New home buyers fight Telstra lock-in

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New home buyers fight Telstra lock-in

Calls for legislative solution to housing estate lock-in.

Politicians, ISPs and analysts are calling on the Federal Government to legislate against exclusive deals that lock homeowners in new housing estates into Telstra's broadband and phone services.

The deals are being reviewed by the Federal Government and - iTnews understands - also by Telstra.

A Telstra spokesperson was unable to comment at the time of publication.

The arrangements were highlighted by South Australian parliamentarian and member for Fisher, Bob Such, in a brief submission to the Senate Select Committee on the national broadband network last week.

"I query those contractual arrangements between housing estate developers and telecommunication companies that prohibit new home owners from using an internet provider of choice," Such stated.

"The only internet provider that may be used is stipulated in the development [or] purchase agreements."

Such was referring to Telstra's Velocity fibre-to-the-home network, which was being rolled out in "smart communities" - essentially new housing estates - nationwide.

Traditionally, developers engaged with Telstra to deploy copper lines within new estates. This infrastructure was, by law, open for access to other service providers to enable them to offer retail services to those homebuyers.

But next-generation networks, including Telstra's Velocity and NextG, are not subject to the same access framework set out in the Trade Practices Act.

Telstra has been able to shut its retail competitors out of new housing estates across Australia by entering into exclusive arrangements with developers in return for rolling out fibre in their estates.

The retail service exclusivity is set out in clauses in the terms and conditions [PDF] of Telstra's Velocity product.

"Telstra shall own the network infrastructure," the terms and conditions state.

"The developer must not use, or permit anyone else to use, the network infrastructure."

However, some home buyers claim to have been unaware these terms would restrict them to Telstra services when they bought into the estate.

Home buyers were provided with a credit of between $1,500 and $2,000 for the first 12 months.

Developers, politicians and Internet forums are receiving complaints from buyers stung by the incumbent's fees for Velocity services.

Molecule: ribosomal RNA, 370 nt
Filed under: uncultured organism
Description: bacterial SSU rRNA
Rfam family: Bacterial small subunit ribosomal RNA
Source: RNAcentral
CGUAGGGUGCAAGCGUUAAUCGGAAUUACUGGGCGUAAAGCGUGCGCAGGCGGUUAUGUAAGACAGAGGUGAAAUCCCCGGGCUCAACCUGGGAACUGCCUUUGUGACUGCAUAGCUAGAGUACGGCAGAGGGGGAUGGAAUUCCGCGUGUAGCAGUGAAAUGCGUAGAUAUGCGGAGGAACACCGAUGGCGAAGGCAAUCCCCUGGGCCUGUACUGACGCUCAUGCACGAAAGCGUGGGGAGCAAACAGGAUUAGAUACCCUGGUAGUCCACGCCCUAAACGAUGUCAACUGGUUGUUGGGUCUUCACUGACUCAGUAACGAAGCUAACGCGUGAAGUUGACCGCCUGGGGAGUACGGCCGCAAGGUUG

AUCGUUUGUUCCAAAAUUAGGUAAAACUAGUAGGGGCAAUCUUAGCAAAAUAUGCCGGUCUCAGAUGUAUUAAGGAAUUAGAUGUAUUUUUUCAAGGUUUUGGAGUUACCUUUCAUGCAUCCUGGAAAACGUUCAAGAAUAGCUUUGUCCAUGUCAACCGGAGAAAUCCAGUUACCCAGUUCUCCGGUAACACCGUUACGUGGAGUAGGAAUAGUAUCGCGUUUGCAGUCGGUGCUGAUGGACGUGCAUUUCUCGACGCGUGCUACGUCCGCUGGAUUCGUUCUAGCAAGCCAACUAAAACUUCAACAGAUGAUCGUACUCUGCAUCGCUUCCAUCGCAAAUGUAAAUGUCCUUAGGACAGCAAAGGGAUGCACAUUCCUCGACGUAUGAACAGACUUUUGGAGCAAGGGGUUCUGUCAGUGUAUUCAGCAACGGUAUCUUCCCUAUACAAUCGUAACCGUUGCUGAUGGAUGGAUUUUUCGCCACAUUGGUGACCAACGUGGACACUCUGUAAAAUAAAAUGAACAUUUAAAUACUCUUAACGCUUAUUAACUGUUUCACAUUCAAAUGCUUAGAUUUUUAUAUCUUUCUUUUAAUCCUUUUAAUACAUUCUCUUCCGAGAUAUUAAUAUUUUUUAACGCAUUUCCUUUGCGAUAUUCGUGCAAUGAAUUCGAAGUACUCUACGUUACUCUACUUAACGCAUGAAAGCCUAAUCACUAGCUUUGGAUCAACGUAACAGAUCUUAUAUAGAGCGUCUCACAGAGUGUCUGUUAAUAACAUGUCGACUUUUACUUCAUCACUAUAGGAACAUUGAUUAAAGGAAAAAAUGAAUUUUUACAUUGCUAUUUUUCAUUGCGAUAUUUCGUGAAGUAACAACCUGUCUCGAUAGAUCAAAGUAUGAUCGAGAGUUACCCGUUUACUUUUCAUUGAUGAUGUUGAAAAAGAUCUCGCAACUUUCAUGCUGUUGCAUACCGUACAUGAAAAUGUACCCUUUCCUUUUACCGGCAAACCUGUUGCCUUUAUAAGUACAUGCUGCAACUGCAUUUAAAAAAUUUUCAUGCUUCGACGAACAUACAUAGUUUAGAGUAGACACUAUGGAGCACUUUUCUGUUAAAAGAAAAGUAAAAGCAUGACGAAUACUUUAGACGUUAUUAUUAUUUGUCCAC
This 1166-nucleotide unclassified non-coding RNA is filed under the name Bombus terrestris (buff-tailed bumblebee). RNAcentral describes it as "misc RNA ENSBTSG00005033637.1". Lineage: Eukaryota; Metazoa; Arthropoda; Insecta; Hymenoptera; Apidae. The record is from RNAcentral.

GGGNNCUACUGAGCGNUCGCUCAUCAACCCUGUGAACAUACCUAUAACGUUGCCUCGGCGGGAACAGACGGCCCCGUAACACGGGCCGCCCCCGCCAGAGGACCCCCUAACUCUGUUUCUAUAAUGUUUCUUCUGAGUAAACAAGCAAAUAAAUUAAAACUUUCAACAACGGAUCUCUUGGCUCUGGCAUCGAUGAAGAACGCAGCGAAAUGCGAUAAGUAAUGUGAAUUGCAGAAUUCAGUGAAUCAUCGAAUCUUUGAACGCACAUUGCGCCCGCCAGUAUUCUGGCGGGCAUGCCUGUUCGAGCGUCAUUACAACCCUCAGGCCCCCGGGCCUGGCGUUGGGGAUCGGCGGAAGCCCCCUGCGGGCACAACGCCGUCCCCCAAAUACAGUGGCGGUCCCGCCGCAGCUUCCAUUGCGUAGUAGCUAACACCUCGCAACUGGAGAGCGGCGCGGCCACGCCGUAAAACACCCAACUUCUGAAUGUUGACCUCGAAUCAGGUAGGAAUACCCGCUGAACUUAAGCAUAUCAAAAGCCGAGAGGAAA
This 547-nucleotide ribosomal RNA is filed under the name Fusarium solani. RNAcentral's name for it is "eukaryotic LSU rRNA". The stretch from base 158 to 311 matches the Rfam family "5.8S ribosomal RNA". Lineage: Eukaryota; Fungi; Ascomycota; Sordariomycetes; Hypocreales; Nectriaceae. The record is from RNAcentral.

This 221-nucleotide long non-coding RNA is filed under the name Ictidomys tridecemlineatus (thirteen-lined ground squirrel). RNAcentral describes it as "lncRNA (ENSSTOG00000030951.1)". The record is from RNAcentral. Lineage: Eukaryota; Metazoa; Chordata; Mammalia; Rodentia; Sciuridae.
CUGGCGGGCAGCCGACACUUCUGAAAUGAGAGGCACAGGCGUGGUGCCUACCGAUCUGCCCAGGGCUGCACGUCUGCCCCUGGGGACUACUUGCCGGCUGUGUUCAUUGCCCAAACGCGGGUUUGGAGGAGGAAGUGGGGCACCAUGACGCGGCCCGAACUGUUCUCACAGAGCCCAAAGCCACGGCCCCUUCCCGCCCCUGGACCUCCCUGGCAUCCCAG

"Had we known we were going to be at Telstra's mercy forever we would not have brought where we did," said one user of the homeone forums, ‘misscrow'.

Such told iTnews his Senate Committee submission and an earlier letter to Communications Minister Stephen Conroy were sourced from a resident that also did not realise the ramifications of buying into a Telstra smart community.

"I'd have thought the arrangement with Telstra would border on being a restrictive trade practice," Such said.

At least one developer who spoke to iTnews on condition of anonymity said there had been "a little bit" of backlash from residents over the lock-in arrangements with Telstra.

"Generally they get over it," the developer said. "At the end of the day they're buying the location, not the [communications] service."

In its consultation paper on greenfields estates, the Federal Government provided its strongest yet indication that exclusive arrangements in Velocity estates could be dismantled.

"The Australian Government does not consider that developers or FTTP service providers should be able to insist on exclusive wholesale or retail arrangements in Greenfield developments which restrict entry of alternative providers," the paper stated.

"To facilitate service-based competition, at a minimum, carriers providing FTTP services in [estates] would be subject to the access framework set out in Part XIC of the Trade Practices Act".

Managing director of Adelaide-based ISP Internode, Simon Hackett, believed legislation was the key to unstitching the exclusive deals.

"Internode has regularly sought wholesale access to Telstra Velocity deployments from Telstra Wholesale and its requests have regularly been denied," Hackett said.

"It seems that it will indeed require changes to the law before the Gorilla will play nicely in FTTH terms."

Telecommunications analyst Paul Budde speculated that Telstra had already initiated moves to ready Velocity for open access.

"Velocity is steeped in the thinking that came out of the Sol Trujillo era. It was all about monopolies and not giving customers any choice," Budde said.

"I wouldn't be surprised if Telstra had changed its mind because if they don't change it, there will be regulations created that overrule the [arrangements]."

Other industry sources said rumours had been swirling of a change in thinking at Telstra.

But, according to one source, it could take Telstra twelve months to ready their internal Velocity systems, procedures and processes for open accessibility.

Telstra recently reported "over 3,100" homes on its Velocity network.

It is unknown how many more are "under contract" to be constructed.

Are you in a Telstra Velocity-based housing estate? Did you understand the terms and conditions before purchasing your house and/or land?

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